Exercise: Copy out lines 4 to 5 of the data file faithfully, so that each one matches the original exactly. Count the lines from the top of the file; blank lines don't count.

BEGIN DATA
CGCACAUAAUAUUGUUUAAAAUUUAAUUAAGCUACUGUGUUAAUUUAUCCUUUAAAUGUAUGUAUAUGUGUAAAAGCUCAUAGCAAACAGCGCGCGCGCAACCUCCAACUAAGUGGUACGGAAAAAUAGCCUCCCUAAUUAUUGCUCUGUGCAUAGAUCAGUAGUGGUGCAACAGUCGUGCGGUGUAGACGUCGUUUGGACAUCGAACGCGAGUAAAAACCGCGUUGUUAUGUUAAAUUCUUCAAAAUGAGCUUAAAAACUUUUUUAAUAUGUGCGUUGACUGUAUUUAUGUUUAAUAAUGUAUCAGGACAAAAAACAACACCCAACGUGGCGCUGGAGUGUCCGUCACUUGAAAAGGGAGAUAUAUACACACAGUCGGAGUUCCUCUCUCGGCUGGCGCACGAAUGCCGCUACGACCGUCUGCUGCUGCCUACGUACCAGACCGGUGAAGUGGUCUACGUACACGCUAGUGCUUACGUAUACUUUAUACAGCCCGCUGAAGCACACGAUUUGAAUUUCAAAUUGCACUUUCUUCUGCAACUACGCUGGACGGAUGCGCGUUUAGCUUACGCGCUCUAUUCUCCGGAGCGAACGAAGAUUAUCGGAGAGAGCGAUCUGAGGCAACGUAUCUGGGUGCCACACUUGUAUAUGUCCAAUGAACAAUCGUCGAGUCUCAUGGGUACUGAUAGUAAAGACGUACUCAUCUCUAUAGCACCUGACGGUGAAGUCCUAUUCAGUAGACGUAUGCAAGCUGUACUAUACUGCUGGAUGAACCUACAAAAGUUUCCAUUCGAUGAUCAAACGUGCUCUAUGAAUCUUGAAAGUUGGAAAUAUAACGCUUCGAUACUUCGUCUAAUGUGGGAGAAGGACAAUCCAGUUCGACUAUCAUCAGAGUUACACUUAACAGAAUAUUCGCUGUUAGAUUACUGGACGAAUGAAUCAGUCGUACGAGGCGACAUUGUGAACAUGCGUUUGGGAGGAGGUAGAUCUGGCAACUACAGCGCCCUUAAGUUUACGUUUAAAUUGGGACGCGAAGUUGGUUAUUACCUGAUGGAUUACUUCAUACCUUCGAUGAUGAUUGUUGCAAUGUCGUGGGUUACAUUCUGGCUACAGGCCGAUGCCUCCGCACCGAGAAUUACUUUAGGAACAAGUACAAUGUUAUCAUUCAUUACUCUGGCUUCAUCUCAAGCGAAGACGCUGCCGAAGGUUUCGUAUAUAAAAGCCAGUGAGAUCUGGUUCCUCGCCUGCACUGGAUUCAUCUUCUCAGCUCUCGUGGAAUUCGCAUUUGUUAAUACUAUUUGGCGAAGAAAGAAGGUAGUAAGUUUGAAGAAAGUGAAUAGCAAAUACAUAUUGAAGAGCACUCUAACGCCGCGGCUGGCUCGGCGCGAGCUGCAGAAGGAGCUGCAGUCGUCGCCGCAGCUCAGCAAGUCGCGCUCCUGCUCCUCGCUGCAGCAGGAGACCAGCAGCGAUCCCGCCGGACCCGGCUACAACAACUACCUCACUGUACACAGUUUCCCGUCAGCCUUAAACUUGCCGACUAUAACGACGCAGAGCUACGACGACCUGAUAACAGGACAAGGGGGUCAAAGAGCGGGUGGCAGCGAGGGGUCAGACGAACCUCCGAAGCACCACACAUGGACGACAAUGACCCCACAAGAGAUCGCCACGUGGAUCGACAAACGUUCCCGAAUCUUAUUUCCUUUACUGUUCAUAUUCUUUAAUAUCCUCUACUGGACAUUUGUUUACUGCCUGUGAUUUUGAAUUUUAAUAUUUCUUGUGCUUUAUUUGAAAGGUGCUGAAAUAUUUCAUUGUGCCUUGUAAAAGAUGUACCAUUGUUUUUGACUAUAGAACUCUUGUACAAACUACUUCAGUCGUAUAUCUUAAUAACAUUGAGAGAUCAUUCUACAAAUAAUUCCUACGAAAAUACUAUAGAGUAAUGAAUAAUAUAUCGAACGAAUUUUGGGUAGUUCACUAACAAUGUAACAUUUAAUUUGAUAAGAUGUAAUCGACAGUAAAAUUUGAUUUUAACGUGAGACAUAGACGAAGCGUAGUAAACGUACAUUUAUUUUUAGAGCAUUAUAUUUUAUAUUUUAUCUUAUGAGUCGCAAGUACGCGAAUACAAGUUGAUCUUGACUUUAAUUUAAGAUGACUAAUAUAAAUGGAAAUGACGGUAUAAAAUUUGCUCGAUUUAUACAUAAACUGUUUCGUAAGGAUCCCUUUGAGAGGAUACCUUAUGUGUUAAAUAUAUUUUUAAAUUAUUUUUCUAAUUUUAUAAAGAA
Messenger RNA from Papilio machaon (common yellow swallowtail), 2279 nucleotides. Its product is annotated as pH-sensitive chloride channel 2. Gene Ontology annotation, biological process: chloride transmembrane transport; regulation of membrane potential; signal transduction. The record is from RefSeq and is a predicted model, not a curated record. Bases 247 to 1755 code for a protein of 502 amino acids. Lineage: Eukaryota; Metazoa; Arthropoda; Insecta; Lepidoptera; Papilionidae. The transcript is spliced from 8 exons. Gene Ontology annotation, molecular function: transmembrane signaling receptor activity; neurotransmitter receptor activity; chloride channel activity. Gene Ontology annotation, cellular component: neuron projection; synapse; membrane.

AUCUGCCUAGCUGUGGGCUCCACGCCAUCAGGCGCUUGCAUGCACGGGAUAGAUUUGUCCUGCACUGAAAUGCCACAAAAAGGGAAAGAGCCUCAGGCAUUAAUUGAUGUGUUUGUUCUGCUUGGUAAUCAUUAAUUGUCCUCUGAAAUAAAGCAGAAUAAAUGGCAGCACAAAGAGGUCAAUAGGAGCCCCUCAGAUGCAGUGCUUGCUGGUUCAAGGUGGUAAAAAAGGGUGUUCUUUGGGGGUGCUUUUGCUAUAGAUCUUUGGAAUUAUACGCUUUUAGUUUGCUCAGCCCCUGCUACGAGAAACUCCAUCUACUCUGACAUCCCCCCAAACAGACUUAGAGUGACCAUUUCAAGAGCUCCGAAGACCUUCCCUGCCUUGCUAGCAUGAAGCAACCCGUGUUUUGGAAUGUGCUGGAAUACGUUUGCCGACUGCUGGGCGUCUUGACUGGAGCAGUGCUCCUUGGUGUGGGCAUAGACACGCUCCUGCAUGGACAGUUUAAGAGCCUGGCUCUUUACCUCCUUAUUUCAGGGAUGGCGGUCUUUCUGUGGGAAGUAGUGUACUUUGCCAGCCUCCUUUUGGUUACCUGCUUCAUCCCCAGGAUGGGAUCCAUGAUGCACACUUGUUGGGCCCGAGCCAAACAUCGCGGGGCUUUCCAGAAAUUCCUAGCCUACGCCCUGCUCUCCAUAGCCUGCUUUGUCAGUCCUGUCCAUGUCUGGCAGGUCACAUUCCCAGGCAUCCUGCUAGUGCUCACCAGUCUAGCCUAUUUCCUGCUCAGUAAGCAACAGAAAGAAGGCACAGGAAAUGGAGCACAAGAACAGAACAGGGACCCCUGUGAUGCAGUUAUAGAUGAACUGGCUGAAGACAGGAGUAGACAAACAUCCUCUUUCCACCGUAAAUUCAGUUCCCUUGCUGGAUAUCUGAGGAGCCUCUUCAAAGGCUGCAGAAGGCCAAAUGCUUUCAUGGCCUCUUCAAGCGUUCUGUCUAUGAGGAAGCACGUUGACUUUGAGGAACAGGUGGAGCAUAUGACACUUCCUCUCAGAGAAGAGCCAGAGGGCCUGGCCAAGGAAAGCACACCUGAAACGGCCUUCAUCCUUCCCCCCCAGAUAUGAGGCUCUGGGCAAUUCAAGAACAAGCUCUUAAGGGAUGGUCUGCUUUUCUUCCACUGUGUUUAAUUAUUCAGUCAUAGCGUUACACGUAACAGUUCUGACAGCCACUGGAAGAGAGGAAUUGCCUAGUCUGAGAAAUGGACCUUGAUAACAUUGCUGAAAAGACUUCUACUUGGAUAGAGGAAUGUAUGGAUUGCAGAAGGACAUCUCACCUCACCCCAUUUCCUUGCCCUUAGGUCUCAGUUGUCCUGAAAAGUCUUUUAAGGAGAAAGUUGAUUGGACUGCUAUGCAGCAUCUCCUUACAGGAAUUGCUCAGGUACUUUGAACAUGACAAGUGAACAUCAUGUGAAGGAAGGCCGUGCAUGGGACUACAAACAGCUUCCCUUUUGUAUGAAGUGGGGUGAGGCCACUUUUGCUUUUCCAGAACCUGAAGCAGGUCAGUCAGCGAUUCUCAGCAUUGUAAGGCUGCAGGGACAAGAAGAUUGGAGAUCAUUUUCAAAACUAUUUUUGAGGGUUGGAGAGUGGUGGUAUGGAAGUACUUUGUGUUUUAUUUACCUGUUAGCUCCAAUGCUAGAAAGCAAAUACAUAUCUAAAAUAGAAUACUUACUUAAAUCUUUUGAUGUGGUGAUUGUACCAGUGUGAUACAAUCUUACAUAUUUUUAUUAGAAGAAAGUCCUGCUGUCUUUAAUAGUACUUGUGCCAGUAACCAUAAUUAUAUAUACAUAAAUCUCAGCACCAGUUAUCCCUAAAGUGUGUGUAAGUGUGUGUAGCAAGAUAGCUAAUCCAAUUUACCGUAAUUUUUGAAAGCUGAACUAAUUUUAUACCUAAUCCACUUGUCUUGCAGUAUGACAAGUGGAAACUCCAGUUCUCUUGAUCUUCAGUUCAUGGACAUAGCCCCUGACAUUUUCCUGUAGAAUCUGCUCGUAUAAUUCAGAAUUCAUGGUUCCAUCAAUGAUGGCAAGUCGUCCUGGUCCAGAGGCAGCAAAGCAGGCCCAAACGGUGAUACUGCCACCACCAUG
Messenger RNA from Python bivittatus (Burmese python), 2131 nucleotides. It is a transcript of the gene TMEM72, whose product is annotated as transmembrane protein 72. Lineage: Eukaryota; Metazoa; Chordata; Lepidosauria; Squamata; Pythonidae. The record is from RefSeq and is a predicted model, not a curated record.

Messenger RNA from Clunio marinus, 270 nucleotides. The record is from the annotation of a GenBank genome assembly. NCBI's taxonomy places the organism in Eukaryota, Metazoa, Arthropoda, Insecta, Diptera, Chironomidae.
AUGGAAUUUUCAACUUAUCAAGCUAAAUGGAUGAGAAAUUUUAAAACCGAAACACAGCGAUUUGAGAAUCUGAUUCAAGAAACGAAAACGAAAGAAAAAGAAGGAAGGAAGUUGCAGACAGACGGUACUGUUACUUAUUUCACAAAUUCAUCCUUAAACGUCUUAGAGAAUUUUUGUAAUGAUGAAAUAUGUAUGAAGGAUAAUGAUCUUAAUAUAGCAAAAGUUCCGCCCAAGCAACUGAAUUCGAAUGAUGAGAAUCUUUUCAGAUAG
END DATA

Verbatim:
Messenger RNA from Python bivittatus (Burmese python), 2131 nucleotides. It is a transcript of the gene TMEM72, whose product is annotated as transmembrane protein 72. Lineage: Eukaryota; Metazoa; Chordata; Lepidosauria; Squamata; Pythonidae. The record is from RefSeq and is a predicted model, not a curated record.

Messenger RNA from Clunio marinus, 270 nucleotides. The record is from the annotation of a GenBank genome assembly. NCBI's taxonomy places the organism in Eukaryota, Metazoa, Arthropoda, Insecta, Diptera, Chironomidae.